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5 Ways to Give Emotional Support During these Difficult Times

Great Place To Work
19.06.2020

The stress of the COVID-19 pandemic affects us all differently – and emotionally we're all in different stages of dealing with this crisis. Here are a few ideas on how we can help one another during this difficult and overwhelming time.

 

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1. Check in

This is an easy gift all leaders can give their people – and it only takes a few minutes!

“How are you doing?” is a simple question that can be surprisingly helpful. Managers who open their one-on-one catch ups with employees show that they care for employees’ wellbeing, and provide a safe zone for employees to share any concerns they may have about themselves, their teammates or the business.

 

2. Give each other a pass

This is another way of saying ‘practice forgiveness’ in a variety of ways. We may never fully know or understand what personal hardships people have experienced, or may still be going through, as a result of the pandemic.

When we internalise that others are probably struggling to some degree with working and living in this challenging time, we approach conversations from a place of empathy. Try to give teammates the benefit of the doubt and assume that everyone is acting from a place of good intentions.

After all, it’s more likely that an uncharacteristic short temper is the result of external factors rather than something personal. And practicing patience and compassion now will also benefit our interpersonal relationships for the future when we eventually see one another after the crisis.  

 

3. Encourage self-care

After three months of lockdown, it’s likely many of your employees are struggling to stay motivated – and not just in terms of work. Daily exercise and mindfulness activities that felt fresh and exciting at the end of March are likely to have lost their novelty by now. But now is when these self-care activities are needed more than ever.

Are there any mindfulness apps or other wellbeing resources that employees should be reminded of this week? Which leaders can be highlighted as self-care role models to help encourage others? Do working parents have enough flexibility to dedicate time to home-schooling or caring for loved ones, and to get enough rest for themselves?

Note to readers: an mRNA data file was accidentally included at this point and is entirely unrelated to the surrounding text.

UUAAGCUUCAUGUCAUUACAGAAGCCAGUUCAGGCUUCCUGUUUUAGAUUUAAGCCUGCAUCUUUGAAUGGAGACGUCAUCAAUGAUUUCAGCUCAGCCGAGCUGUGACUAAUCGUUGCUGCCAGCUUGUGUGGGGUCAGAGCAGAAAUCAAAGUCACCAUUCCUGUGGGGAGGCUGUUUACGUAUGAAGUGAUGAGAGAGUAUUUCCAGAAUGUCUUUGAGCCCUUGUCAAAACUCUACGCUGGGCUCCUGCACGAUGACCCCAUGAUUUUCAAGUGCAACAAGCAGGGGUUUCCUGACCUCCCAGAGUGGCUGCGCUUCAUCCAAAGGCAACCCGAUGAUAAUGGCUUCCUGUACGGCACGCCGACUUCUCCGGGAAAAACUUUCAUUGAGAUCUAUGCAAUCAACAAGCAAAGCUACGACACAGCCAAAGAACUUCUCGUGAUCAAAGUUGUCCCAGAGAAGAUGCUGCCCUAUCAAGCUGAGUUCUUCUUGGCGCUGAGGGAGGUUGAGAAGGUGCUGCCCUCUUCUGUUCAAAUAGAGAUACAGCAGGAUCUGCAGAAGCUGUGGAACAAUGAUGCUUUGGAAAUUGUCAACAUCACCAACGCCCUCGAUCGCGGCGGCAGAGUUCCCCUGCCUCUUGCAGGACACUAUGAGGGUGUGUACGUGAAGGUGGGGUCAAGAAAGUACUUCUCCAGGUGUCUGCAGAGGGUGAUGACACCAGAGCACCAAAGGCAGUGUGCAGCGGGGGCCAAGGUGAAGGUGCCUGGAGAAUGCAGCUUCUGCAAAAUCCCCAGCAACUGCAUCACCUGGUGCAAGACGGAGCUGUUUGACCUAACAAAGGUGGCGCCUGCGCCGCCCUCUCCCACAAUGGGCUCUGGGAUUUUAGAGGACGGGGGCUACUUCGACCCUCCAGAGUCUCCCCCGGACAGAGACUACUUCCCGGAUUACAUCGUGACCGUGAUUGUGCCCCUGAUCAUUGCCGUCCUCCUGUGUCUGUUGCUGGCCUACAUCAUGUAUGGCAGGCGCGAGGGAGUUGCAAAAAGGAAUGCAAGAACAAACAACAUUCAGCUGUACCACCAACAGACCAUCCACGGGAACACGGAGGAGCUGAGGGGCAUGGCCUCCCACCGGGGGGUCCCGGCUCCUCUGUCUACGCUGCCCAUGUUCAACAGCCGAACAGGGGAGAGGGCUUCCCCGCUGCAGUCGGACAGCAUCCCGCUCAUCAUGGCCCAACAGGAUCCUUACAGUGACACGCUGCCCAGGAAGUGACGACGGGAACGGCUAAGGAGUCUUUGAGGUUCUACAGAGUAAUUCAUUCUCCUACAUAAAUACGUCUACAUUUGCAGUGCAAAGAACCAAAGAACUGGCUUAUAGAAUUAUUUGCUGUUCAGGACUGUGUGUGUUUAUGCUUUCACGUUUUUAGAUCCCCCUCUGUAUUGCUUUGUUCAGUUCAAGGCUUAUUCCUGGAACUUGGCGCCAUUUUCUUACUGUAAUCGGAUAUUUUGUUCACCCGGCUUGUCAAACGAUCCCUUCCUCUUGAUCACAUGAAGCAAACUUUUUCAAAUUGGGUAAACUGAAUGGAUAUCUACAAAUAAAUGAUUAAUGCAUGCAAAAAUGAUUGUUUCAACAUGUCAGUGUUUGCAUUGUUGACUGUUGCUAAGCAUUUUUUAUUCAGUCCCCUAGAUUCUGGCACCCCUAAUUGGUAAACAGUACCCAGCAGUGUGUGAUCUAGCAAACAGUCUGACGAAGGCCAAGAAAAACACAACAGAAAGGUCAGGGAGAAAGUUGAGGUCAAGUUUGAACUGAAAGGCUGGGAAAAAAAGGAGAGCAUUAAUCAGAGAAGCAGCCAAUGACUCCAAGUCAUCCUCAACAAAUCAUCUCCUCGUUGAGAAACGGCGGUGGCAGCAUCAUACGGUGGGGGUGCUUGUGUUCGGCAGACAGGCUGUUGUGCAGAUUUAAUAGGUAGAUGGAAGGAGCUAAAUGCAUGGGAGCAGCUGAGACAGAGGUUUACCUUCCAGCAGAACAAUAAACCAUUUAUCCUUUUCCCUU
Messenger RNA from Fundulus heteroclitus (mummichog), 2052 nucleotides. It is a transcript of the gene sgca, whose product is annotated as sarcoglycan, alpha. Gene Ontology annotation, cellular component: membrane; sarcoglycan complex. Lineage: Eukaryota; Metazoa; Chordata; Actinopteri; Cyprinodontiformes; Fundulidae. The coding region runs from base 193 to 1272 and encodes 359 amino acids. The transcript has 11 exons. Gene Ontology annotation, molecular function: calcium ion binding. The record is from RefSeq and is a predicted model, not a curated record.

Asking the right questions will help you uncover which areas of need should be addressed, and what solutions your organisation may already have to help.

 

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4. Shift the focus

We live in a world where pain and tragedy dominate our news media, particularly during times of crisis. Add on the fact that people are consuming more media while self-isolating and it’s clear that we could easily spiral into despair.

Aside from encouraging self-care, there are many small steps that can be taken to help others stay mentally strong. Ending a meeting by asking employees to share one thing they feel grateful for is one example where we can help one another to pause our minds briefly and be present and appreciative.

 

5. Take the pulse

Now may be an ideal time for a pulse check of your remote workforce. Employee surveys are not only an essential listening tool that provide invaluable insights into how people are really feeling, they’re also an act of compassion because employees are given an opportunity to voice their concerns anonymously and confidentially. And in a year when crisis is felt on a global scale, compassion has never been more needed.

 

Learn how we can help you track the employee experience and build trust during COVID-19.

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The feature has been adapted from a similar article by Laurie Minnott, a Partner at Great Place to Work®. Laurie consults and coaches CEOs, CHROs and executive leadership teams on advancing business performance and culture change through strategies and solutions that create great workplaces for all.  She has deep experience leading successful organizational change and was previously an executive in an organization that successfully built a high-performing culture and achieved recognition on Fortune’s Best Companies in Health Care® list.